Understanding Children’s Book Categories from Picture Books to YA

Confused about the different categories in KidLit.  Here’s your Go-To-Source: Understanding Children’s Book Categories from Picture Books to YA


Word Counts from the NYT Best Sellers’ List

Wonderful analysis.


macbook-606763_1280The story of the word count I imagine most resembles the story of Goldilocks and the Three Bears. The aspiring writer steps into a publishing house, alluring and mysterious. She sits down at the kitchen table and sees three laptops sitting there. The same title is on each screen, but which to pick? She starts at the first and scrolls through fast. This word count is not enough. She skips to the second laptop, four-hundred pages later she decides she needs a nap, and that this word count is too much. But the writer is most hopeful for the story on the final laptop. She scrolls through, and yes! This word count… is just right.

But what is “just right?” I did a little bit of digging to find out. I was curious to know where my novels come in, if there were any exceptions to these rules, and what the sweet spot might be.

What do the pros…

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Loving Jerry Spinelli and Scrapple

I am in love with Jerry Spinelli’s latest work, The Warden’s Daughter.  He got me right from the start with all the writing about the smell of the scrapple cooking in the greater Philly area prison kitchen.

I loved scrapple as a kid.  I don’t care that it was made from leftover pig parts (I didn’t know it was pig snouts until Mr. Spinelli enlightened me, and I’ll admit that gave me pause…) but oh, what I wouldn’t do for a piece of that delectable breakfast staple, not exactly famous or available in these here parts (Mississippi).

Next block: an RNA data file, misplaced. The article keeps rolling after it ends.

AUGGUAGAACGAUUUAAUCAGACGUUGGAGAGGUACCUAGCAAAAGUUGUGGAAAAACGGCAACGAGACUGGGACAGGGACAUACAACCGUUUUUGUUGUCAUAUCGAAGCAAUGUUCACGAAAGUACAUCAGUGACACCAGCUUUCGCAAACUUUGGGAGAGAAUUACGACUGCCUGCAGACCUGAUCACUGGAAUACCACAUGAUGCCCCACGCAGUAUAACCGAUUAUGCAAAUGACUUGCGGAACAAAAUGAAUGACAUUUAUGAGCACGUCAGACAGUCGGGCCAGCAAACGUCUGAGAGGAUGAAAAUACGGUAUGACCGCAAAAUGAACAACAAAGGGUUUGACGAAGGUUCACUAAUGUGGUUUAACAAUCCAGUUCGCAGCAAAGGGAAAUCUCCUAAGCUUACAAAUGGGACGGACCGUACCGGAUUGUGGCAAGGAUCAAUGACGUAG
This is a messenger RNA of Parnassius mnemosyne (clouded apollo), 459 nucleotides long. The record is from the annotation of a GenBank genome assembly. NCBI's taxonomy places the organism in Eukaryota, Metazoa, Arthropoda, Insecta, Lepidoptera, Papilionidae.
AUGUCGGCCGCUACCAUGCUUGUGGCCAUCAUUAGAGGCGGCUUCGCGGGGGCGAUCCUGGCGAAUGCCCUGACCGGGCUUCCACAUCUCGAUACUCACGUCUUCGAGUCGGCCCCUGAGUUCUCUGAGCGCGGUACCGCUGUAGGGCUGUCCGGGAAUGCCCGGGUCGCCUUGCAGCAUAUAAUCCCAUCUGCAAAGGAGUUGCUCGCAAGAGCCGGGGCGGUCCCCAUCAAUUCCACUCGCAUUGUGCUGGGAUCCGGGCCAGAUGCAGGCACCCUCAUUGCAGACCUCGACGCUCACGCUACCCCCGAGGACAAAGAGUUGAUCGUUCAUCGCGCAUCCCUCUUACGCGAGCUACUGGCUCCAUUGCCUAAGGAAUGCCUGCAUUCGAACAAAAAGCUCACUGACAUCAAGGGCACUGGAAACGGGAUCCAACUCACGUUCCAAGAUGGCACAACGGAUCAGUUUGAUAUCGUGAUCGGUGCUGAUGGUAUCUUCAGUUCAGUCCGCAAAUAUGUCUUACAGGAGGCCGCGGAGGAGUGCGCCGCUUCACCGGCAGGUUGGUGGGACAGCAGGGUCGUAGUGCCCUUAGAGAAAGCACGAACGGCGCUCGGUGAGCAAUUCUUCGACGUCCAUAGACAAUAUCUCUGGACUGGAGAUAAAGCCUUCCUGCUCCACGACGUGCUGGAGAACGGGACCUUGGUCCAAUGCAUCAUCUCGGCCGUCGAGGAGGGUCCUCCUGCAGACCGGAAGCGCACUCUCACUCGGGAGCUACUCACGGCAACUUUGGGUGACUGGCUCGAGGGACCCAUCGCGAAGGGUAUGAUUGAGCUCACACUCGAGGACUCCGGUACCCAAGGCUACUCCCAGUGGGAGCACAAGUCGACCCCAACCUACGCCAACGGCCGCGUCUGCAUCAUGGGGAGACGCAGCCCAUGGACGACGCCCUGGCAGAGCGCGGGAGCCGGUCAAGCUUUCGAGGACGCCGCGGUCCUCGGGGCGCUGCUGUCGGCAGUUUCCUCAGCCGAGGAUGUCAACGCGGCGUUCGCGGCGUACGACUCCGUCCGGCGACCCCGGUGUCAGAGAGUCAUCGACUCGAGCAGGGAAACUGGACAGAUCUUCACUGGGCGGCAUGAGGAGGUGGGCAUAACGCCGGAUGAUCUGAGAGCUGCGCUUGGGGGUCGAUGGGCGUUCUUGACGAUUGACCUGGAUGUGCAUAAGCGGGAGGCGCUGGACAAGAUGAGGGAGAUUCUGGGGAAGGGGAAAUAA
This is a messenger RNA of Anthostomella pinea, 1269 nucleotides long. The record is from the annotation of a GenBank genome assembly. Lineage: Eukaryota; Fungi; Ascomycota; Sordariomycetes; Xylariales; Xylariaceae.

I wanted the heroine in my WIP to love scrapple- but thought, “who’ll even have the slightest idea what I’m writing about?”  Thanks to the great Spinelli – EVERYONE!

Just in case I’ve piqued your interest. Straight from the publisher:

The Warden’s Daughter

By: Jerry Spinelli

From Newbery Medalist Jerry Spinelli (Maniac Magee, Stargirl) comes the “moving and memorable” (Kirkus Reviews, starred) story of a girl searching for happiness inside the walls of a prison.
Cammie O’Reilly lives at the Hancock County Prison–not as a prisoner, she’s the warden’s daughter. She spends the mornings hanging out with shoplifters and reformed arsonists in the women’s excercise yard, which gives Cammie a certain cache with her school friends.

But even though Cammie’s free to leave the prison, she’s still stuck. And sad, and really mad. Her mother died saving her from harm when she was just a baby. You wouldn’t think you could miss something you never had, but on the eve of her thirteenth birthday, the thing Cammie most wants is a mom. A prison might not be the best place to search for a mother, but Cammie is determined and she’s willing to work with what she’s got.

“Jerry Spinelli again proves why he’s the king of storytellers” (Shelf Awarenss, starred) in this tale of a girl who learns that heroes can come in surprising disguises, and that even if we don’t always get what we want, sometimes we really do get what we need.